- Associated Press - Sunday, January 24, 2016

SIOUX FALLS, S.D. (AP) - Dave Kull has worked in law enforcement for nearly four decades, so perhaps it’s no surprise that his musical instrument of choice is one embraced by fire and police brotherhoods for more than a century and a half.

By day, Kull serves as the chief of police of Brandon, a Sioux Falls bedroom community 12 miles northeast of the city. By night, the chief dons his kilt and laces up his Ghillie brogues to play bagpipes for Dakota District Pipes & Drums, a volunteer group that performs at festivals, funerals and other community events.

“Insanity, pure and simple,” Kull jokes when asked why he started. Then he pauses and offers a more serious response. “I always just thought it was a neat sound.”

For more than 18 years, Kull and Sioux Falls attorney Tom Parliman have served as the core of Sioux Falls-based Dakota District Pipes & Drums, which has “grown and shrunk and grown and shrunk again,” Kull said.

The group is again growing, with seven pipers and three drummers belting out tunes during a recent Burns Night gathering honoring Scottish poet Robert Burns. Performances often double as recruiting events.

“We’ll play an event and someone will come up and say, ‘How do you get started in this?’” Kull said.

Dakota District Pipes & Drums has had an easier time attracting and retaining bagpipers than drummers, even though the bass drum and snares are commonly played by every high school band percussionist.

Parliman, a 35-year bagpiping veteran who serves as pipe major, said he knew he wanted to be a bagpiper as a child. His dad enjoyed big bands, but he was hooked on bagpipes the first time he heard the instrument during a parade.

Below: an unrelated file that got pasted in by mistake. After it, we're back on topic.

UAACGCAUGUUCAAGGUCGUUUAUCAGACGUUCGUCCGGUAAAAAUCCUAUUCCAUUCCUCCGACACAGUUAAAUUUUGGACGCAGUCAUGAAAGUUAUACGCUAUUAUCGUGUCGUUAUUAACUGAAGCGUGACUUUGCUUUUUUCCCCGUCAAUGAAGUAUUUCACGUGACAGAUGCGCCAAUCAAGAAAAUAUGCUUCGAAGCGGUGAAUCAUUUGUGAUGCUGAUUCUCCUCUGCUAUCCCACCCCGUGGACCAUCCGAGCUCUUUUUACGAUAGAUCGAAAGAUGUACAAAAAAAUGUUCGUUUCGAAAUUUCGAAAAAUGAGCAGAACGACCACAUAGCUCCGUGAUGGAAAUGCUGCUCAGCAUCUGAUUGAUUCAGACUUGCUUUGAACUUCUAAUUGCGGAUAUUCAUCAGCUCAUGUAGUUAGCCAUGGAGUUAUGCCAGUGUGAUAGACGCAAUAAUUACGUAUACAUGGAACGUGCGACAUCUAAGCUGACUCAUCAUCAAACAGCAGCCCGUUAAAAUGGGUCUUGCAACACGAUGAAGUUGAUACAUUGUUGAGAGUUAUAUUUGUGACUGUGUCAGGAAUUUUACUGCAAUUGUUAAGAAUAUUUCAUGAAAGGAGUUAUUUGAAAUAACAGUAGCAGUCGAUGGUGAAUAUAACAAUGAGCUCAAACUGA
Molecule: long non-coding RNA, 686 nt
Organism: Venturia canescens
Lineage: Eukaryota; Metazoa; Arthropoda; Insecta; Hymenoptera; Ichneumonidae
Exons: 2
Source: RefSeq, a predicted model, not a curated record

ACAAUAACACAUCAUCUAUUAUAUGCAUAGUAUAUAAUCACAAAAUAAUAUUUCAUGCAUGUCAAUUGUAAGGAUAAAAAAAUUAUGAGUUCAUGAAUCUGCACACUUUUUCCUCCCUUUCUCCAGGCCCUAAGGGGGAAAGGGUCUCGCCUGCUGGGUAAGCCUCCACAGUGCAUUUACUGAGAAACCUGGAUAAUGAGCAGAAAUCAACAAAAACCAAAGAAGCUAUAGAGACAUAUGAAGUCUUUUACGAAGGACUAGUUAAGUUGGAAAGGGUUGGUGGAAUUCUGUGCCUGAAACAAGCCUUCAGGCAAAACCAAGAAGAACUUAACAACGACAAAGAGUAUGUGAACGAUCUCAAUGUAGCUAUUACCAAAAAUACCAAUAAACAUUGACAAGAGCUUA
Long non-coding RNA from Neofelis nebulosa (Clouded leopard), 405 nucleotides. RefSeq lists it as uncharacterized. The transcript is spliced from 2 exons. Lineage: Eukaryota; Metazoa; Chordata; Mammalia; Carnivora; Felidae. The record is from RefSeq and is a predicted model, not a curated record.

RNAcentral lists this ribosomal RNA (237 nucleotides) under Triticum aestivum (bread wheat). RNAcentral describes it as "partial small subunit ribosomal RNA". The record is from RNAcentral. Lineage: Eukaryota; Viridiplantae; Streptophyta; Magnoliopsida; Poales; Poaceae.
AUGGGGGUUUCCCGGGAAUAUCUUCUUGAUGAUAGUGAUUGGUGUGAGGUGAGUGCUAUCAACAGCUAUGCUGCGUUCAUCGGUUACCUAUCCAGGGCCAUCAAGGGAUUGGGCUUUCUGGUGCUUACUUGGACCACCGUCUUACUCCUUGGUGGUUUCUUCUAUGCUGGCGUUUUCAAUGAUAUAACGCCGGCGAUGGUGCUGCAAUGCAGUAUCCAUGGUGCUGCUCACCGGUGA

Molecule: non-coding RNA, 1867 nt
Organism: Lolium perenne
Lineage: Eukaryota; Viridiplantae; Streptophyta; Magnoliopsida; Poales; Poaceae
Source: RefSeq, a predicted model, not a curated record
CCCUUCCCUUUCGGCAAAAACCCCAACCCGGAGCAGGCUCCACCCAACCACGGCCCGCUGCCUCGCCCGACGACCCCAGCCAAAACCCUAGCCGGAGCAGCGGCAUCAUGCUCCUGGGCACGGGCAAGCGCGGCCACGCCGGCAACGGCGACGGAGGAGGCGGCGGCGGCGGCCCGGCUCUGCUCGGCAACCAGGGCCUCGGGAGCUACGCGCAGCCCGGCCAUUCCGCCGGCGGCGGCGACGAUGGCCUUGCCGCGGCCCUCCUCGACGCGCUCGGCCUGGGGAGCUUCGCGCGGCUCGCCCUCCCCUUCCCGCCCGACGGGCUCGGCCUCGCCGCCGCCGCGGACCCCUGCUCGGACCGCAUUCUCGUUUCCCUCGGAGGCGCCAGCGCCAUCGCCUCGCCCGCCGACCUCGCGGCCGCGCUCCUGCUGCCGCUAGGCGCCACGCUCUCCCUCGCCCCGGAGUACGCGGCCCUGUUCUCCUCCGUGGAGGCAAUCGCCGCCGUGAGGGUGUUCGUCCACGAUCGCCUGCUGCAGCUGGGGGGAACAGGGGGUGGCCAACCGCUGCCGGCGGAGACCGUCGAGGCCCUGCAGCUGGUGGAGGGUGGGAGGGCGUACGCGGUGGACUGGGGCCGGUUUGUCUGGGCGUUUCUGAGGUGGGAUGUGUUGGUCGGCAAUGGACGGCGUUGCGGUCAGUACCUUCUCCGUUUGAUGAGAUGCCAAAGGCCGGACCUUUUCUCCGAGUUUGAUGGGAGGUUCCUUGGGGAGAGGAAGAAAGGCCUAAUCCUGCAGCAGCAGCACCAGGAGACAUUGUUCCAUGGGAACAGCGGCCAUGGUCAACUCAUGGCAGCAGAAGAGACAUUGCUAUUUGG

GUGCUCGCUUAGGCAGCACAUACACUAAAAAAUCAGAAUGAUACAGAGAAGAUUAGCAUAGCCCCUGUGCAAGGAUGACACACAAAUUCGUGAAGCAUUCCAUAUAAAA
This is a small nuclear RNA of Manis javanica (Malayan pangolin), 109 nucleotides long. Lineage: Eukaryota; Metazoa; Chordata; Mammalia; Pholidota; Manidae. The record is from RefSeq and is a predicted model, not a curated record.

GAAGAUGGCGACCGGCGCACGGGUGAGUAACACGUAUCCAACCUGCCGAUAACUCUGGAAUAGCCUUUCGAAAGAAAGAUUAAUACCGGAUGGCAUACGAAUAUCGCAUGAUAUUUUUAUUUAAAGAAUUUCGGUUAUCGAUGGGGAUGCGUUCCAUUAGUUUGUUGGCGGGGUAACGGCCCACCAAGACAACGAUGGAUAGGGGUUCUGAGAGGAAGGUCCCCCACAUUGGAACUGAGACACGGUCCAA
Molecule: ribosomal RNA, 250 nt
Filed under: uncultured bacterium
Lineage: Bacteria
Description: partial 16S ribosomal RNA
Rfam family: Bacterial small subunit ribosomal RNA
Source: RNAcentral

Parliman has always loved the sound.

“Different people just like different music,” he said.

When Kull first started learning to play about 19 years ago, Sioux Falls had no qualified instructors. So once a month he’d make the four-hour trek to Minneapolis, drop his wife off at her sister’s house and attend his lessons.

The first step is to learn note fingering on a practice chanter, a foot-long reed instrument disconnected from the bags and pipes. The endeavor grows far more challenging when the player is expected to keep a steady airflow through the bag.

“Then you have to learn breathing and squeezing,” Kull said. “Then someone comes along and says you have to march, too.”

Parliman and Kull can now teach people to play the bagpipes right in Sioux Falls, and the non-profit group often brings in higher-level outside instructors from Winnipeg. Dakota District Pipes & Drums offers all of its lessons for free during its Monday practice session inside the VA Hospital’s auditorium.

Students must make their first investment when it’s time to buy their own set of pipes, which typically run about $1,500.

“They have to buy their own pipe, but we usually front the kilt when they’re coming into the band,” he said.

And that’s no small expense. The group sends the fabric and measurements up to a woman in Canada who hand stitches each garment at a cost of about $400 per kilt. Bagpipers complete their outfits with a white dress shirt, a black vest, a black tie and Ghillie brogues, which are wingtip shoes with the tongue removed and extra-long laces that tie up the white kilt hose. Accessories include a sporran bag and a sgian-dubh, a small knife tucked into the hose.

The bagpipers have traveled to Winnipeg for competitions and have played funerals, weddings and Mount Rushmore Independence Day celebrations. St. Patrick’s Day is a particularly popular time, although the group prefers to play indoor events rather than the city’s annual parade.

“It doesn’t play well in cold weather,” Kull said.

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Follow Dirk Lammers on Twitter at https://twitter.com/ddlammers

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